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People v. Mack

OPINION FILED JUNE 5, 1985.

THE PEOPLE OF THE STATE OF ILLINOIS, PLAINTIFF-APPELLEE,

v.

LAURENCE MACK, DEFENDANT-APPELLANT.



Appeal from the Circuit Court of Lake County; the Hon. Lawrence Inglis, Judge, presiding.

JUSTICE REINHARD DELIVERED THE OPINION OF THE COURT:

Rehearing denied July 8, 1985.

On March 6, 1984, defendant, Laurence Mack, entered pleas of guilty to three counts of an information all charging him with the felony of indecent liberties with a child (Ill. Rev. Stat. 1983, ch. 38, par. 11-4(a)(2)) occurring on April 2 and April 3, 1983, involving the same child; a complaint charging him with the misdemeanor of contributing to the sexual delinquency of a child (Ill. Rev. Stat. 1983, ch. 38, par. 11-5(a)(2)) occurring on March 5, 1983, involving a second child; and four counts of an amended information also charging him with contributing to the sexual delinquency of a child occurring on April 2 and April 3, 1983, involving a third child. The pleas of guilty were negotiated to the extent that the court would determine the penalty with probation being one of the possible sentences and with the maximum term of imprisonment to be not more than four years. Following a sentencing hearing, defendant was sentenced to two concurrent four-year terms of imprisonment on two of the indecent liberties counts, a four-year term of probation on the third indecent liberties count to be served consecutive to the terms of imprisonment, and a one-year term of probation on each of the five misdemeanor charges of contributing to the sexual delinquency of a child, all to be served concurrently with the four-year probation term imposed for one of the indecent liberties counts.

On appeal, four issues, all concerning defendant's sentencing, are raised: (1) whether the trial court erred in arbitrarily refusing to even consider a possible sentence of probation; (2) whether the trial court abused its discretion in sentencing defendant to imprisonment under the circumstances in this record; (3) whether the trial court erred in imposing sentences of probation to be served consecutively to the simultaneously imposed sentence of imprisonment; and (4) whether defendant is entitled to a reduction of sentence because the acts to which he pleaded guilty were reduced in penalty by the enactment of new legislation during the pendency of this case.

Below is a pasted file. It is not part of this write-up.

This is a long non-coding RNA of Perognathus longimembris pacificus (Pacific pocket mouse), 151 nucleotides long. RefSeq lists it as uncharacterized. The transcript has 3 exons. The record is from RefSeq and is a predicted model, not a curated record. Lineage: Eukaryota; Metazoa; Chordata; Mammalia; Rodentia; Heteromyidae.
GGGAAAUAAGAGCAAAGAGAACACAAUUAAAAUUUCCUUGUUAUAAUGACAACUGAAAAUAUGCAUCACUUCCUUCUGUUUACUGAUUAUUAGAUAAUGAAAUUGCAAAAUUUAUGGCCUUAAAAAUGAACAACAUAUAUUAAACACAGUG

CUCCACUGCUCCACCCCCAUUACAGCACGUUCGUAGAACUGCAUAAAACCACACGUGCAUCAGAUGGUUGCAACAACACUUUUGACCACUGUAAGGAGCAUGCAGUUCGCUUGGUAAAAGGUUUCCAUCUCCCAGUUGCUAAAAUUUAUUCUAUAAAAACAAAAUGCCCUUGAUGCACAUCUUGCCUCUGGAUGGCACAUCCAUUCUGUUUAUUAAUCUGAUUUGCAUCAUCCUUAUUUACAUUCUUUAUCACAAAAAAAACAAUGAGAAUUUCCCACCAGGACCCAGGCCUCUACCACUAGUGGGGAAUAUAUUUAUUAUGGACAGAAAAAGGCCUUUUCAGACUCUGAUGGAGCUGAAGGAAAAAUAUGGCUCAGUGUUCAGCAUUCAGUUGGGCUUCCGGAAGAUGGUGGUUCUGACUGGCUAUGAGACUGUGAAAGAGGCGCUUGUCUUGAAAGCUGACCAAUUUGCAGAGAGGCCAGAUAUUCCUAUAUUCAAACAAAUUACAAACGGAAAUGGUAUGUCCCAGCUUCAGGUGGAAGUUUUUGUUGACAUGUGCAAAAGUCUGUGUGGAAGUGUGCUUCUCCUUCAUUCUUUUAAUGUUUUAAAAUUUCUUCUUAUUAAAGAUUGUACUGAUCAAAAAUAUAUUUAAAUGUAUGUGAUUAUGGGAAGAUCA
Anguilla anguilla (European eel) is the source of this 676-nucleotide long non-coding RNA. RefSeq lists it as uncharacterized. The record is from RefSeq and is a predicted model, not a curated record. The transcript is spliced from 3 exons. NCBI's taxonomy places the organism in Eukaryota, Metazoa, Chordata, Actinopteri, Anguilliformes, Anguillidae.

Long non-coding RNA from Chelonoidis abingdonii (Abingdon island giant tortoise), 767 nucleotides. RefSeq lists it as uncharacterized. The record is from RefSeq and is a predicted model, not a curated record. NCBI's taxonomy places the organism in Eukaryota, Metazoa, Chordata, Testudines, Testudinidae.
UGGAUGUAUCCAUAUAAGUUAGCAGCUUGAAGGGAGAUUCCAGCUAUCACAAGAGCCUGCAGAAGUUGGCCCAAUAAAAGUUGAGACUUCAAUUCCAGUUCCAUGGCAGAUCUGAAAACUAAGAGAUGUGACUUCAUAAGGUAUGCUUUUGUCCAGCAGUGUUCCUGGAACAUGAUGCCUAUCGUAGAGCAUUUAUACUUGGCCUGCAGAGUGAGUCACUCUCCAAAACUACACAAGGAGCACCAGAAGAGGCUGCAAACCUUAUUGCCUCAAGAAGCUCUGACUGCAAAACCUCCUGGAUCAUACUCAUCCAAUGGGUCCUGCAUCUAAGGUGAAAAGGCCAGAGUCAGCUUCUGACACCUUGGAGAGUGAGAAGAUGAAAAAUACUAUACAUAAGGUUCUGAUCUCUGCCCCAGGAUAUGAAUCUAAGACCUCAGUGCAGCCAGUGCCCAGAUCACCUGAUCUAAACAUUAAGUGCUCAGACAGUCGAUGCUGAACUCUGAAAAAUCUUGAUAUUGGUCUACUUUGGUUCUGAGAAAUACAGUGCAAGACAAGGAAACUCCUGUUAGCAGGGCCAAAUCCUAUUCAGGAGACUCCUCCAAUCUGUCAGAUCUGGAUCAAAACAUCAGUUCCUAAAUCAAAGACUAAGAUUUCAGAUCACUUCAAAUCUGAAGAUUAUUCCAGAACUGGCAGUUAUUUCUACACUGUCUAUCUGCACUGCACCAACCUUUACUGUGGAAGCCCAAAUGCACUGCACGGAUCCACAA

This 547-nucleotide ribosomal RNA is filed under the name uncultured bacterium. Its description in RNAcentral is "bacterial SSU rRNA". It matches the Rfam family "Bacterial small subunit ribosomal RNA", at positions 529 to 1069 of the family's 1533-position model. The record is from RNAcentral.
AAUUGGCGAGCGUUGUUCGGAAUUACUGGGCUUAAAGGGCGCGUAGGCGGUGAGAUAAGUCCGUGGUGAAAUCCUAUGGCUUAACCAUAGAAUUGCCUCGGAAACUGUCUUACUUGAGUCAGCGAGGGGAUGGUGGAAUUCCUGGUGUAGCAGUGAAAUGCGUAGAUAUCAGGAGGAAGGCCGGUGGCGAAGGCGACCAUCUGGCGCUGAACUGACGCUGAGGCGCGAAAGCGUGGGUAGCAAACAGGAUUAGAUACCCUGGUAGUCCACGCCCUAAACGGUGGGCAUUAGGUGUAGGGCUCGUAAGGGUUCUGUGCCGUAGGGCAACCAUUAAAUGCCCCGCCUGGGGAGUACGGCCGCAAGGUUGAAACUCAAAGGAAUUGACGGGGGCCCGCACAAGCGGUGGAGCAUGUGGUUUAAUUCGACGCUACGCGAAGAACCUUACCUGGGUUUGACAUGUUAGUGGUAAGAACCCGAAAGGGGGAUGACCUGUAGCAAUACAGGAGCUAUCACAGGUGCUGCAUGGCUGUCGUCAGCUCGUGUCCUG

• 1 Defendant first contends on appeal that the trial court arbitrarily rejected probation as a possible sentence and thereby abused its discretion in sentencing him to a period of imprisonment. Defendant bases his argument on several statements made by the trial court both before and after the entry of the pleas of guilty. In particular, defendant calls attention to the response made by the court prior to the pleas, upon being advised by counsel for both sides that they desired a conference for discussion of a proposed plea agreement under the terms of Supreme Court Rule 402 (87 Ill.2d R. 402). In response, the court stated:

"I don't know whether I want to participate in a 402 conference. Obviously there is a presentence investigation filed and I have read that. If you are going to talk to me about probation, I don't want to talk to you."

Immediately thereafter, the following comment was made by defendant's attorney:

"MR. BROWN: No, Judge, we have a plea to present. The reason Doctor Baron is here is because I think he can give the Court some valuable aid in exploring all the possibilities and I'm sure the Court is not foreclosing all possibilities at this point.

The plea does contemplate a capacity of maximum time in the penitentiary and I would like to discuss that along with Mr. Johnson and the State with you in chambers, along with Doctor Baron."

Defendant also points to several remarks made by the court in the course of the Rule 402 admonishments at the time of the pleas of guilty as follows:

"You heard me before in open court say that and because of your position of trust regarding the children I feel strongly that it's a good potential that you're going to go to prison. But I told them I'd be willing to listen to whatever you might present or they might present on your behalf. You understand all that?

Now, during the time period here before sentencing if you go out and do something and it comes back to me, then all I can do is reject it or I can examine the file and decide that four years is not enough and if I did that, then I would recuse myself and send it to another judge and you'd have a trial, do you understand that?"

Two other statements made by the trial court at the time of imposing sentence and in the course of denying defendant's motion for reduction of sentence, set out respectively below, are argued by defendant as demonstrating the court's arbitrary refusal to consider probation.

"You have two very good attorneys. You probably could be sentenced to 30 years, but they made an agreement for you that I don't really understand which makes it a top of four. And with ...


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